Lecture on Analytical Chemistry in BAC testing Part 8

The above is Part Eight from a lecture given by Attorney Justin J. McShane before the North Carolina Advocates for Justice “Advanced DWI Seminar”. This seminar happened on February 26, 2010. It was organized and hosted by John K. Fanney, Esquire of Fanney & Jackson, P.C. The following is a transcript of this video:

The reason that is important is for understanding the process of indirect measure. Remember I was talking about my daughter. You can put her on a scale and find out how much she weighs, or I can hop on the scale first and find out how much I weigh, and then put her on piggy-back style and find out how much we weigh together, and deduct my weight from the total to determine her weight. This is indirect measure.

That is what is happening here with hospital blood testing. With hospital blood testing we have this molecule which is ethanol and we add a reagent or an enzymatic process from NAD and it turns into NADH+ and it transforms from the original ethanol into acetaldehyde through alcohol dehydrogenase. That is the chemistry of it.

I don’t really expect anyone here to understand the chemistry but I am going to show you why this important. If you have lactate and apply this same principle of taking NAD + and converting it to NAD+H lactate dehydrogenase it results in pyruvate. The problem with the way the hospital blood is set up is that it is only looking at one particular wavelength and it is only measuring this portion, which is identical to lactate. This machine cannot tell whether the reaction is due to ethanol, meaning something your guy took, drank or lactate.  It is blind to that difference. If you are in an accident, if it’s using TCA it cannot tell the difference when this reaction occurs and when that reaction occurs. That is why you have watch for lactate.

Again, this is the entire spectrum.  We are only looking at the 340 range. To be very specific on how it is done and how it works, this is the absorbance, this is the wave length and we are only focusing on the zoomed in artifact instead of the whole thing.

The way it works is, instead of measuring the reaction deference to an enzyme at a specific wave length, hospital analysis is by enzymatic acid. As we talked about before, this is what happens normally.  This is what we would expect the spectrum to look like if there is no ethanol in it. When you add the NAD+ and do the process, you have this red line that is identical until it gets to about the 320 range but remember we are looking at the 340 range. By adding that process it makes the difference in the outcome of the wave length. It is like putting myself on the scale with my daughter on the back of me. It is designed to measure the difference as opposed to the uniqueness of alcohol. There are studies out there, it isn’t just ‘McShane says so’. You can read it. This is a graph that is important that highlights the danger of it.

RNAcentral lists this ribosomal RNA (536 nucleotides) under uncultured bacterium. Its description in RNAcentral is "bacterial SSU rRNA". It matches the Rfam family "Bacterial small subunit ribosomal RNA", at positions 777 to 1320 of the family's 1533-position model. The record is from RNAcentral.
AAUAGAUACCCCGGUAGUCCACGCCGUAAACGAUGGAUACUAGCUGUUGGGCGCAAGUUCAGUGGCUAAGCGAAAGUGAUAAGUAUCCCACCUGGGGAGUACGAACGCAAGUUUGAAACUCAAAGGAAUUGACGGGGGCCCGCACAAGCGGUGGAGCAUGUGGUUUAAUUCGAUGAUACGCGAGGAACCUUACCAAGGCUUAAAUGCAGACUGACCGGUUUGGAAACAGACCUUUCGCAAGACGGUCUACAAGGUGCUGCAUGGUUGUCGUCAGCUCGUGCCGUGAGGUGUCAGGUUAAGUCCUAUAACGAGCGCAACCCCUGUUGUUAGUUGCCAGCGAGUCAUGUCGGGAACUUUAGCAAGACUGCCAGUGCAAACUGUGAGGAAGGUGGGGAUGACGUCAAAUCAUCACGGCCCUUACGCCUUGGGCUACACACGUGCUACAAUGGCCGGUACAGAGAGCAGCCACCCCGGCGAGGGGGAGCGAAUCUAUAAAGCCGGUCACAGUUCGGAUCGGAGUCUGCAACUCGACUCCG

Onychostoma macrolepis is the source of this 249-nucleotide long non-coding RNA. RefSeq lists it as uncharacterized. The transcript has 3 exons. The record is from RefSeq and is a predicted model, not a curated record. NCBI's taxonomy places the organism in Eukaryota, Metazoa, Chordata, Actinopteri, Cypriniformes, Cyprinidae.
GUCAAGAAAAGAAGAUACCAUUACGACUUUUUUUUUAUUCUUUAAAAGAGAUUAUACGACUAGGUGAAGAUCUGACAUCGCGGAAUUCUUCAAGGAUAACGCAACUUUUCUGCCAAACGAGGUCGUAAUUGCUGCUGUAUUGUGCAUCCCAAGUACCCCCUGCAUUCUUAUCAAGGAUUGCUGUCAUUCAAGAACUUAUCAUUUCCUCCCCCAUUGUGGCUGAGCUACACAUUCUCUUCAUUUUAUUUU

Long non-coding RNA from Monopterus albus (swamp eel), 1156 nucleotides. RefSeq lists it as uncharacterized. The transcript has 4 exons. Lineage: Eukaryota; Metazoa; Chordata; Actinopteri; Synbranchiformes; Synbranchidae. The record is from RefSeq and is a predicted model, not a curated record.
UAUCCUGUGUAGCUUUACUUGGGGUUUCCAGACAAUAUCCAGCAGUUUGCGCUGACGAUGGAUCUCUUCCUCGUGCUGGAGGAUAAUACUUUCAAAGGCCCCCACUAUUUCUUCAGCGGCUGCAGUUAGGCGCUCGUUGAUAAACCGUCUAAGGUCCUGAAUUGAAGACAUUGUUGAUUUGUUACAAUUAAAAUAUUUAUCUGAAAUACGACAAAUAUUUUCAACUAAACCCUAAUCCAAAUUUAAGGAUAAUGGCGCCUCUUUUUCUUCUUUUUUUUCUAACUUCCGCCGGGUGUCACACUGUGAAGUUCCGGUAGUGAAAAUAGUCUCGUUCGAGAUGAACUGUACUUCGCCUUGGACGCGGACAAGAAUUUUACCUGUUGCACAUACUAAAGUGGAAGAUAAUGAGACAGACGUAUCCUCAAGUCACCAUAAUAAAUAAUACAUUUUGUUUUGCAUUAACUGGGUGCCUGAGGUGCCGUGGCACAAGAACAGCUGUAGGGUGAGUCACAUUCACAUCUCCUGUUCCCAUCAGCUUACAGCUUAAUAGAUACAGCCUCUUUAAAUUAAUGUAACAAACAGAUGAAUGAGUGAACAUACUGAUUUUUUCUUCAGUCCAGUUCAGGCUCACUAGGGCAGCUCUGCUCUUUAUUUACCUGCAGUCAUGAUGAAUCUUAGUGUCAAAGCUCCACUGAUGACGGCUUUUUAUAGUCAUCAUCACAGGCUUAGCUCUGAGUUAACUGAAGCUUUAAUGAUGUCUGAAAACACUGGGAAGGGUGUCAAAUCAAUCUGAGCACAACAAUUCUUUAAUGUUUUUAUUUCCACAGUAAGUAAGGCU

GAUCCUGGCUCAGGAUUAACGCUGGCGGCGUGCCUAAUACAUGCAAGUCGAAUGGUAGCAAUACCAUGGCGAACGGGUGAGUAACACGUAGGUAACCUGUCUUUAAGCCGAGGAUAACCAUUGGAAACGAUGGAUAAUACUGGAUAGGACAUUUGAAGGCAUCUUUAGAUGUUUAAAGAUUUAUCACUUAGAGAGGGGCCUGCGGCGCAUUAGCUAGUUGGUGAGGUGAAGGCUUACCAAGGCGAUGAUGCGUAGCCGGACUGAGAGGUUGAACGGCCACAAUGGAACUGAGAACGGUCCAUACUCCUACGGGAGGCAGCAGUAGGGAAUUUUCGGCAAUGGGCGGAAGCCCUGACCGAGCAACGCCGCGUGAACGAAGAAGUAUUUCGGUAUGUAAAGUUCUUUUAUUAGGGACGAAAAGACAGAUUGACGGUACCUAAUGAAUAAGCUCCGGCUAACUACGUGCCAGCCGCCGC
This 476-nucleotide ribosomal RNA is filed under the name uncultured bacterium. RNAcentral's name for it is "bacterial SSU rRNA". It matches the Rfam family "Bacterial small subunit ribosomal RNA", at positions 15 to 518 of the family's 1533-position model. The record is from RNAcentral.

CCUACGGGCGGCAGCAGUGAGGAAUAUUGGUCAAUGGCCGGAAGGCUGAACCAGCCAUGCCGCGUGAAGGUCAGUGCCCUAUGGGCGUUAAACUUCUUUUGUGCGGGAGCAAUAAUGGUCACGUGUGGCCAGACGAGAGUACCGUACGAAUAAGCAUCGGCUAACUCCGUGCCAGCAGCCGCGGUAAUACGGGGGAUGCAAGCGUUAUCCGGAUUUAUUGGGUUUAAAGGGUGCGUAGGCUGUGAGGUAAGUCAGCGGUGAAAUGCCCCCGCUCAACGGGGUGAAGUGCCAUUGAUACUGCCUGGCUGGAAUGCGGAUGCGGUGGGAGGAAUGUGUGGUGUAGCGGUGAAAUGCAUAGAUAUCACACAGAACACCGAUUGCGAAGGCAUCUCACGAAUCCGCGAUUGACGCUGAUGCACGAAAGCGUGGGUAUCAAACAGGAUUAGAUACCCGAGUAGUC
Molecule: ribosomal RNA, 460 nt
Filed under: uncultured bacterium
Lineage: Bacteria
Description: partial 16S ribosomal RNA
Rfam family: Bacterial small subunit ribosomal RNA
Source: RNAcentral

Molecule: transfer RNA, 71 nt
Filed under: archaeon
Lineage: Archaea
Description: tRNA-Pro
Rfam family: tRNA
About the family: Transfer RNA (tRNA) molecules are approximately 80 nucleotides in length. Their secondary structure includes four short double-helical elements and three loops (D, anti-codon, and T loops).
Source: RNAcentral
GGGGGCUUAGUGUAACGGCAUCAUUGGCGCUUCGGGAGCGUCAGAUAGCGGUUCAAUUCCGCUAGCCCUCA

We are looking at the 340 wavelength. What they did in this particular case study is use a subject with no alcohol, add trauma, TCA, lactated ringers and at the end you will get this over inflation. The problem is that there are no studies out there that show the contributory error. There is no way to subtract it from the process when lactated ringers are involved. The science does not exist. The most important thing is it is junk, it just doesn’t work.

There is a wonderful article that you can Google by our good friend Joseph Citron titled DUI/DWI: Hospital Laboratory Testing Lacks Forensic Reliability.

The end results, you get quotes like this, ‘most hospitals use a variation of enzymatic acid testing known as enzyme immunoassay or EIA’s of serum. This technique lacks the specificity to measure only ethanol. EIA is the most common chemical process in hospital laboratories’.

It is not specific and unfortunately, there is no way to meaningfully convert from a plasma blood result to a whole blood result in order for someone to come into court and say as an expression of his whole blood he was a .058 based on hospital blood method.

There is no agreement among the academics. It is overstated. They all agree that if you do a plasma or serum test it always overstates how much alcohol is in the system but they do not agree on how much. The problem is that the conversion factor is anywhere from as low as 1.18 overstatement, or 18%, to as high as 1.59, or 59% as I shared before. If you have that large of a swing, that is not generally accepted in the scientific community. I would not fly on a plane that says, ‘we are about 41% right that we are going to be heading in the right direction’. The bottom line is, it is absolutely guesswork. There are no conversion factors that exist that anyone can agree to.

We talk about the analysis of marijuana and specifically cystolithic hairs. These are different non-forensic methods of testing; the botanical ones we talked about before. I want to expose you to thin layer chromatography and exactly what it is.

Thin layer chromatography is very easy to understand. If you have ever seen a bounty commercial where someone spills something and it is the ‘quicker-picker-upper’; someone spills some coffee, ‘don’t worry about it, I have the world’s greatest paper towel and they quickly pick it up. Have you ever seen the commercial where they say, ‘ours is so great we can lay it on its edge and it is so absorbent that it sucks everything up’?  That is, in essence, thin layer chromatography although they do not explain it that way. It is based on what is called capillary action which is the drawing up from the bottom. It is very common in different drug abuse testing and it is just bad. There is no other way of putting it. It is not specific.  It is not quantitative.  It doesn’t tell you how much of anything.  It only tells you, much like this, that it may be present.

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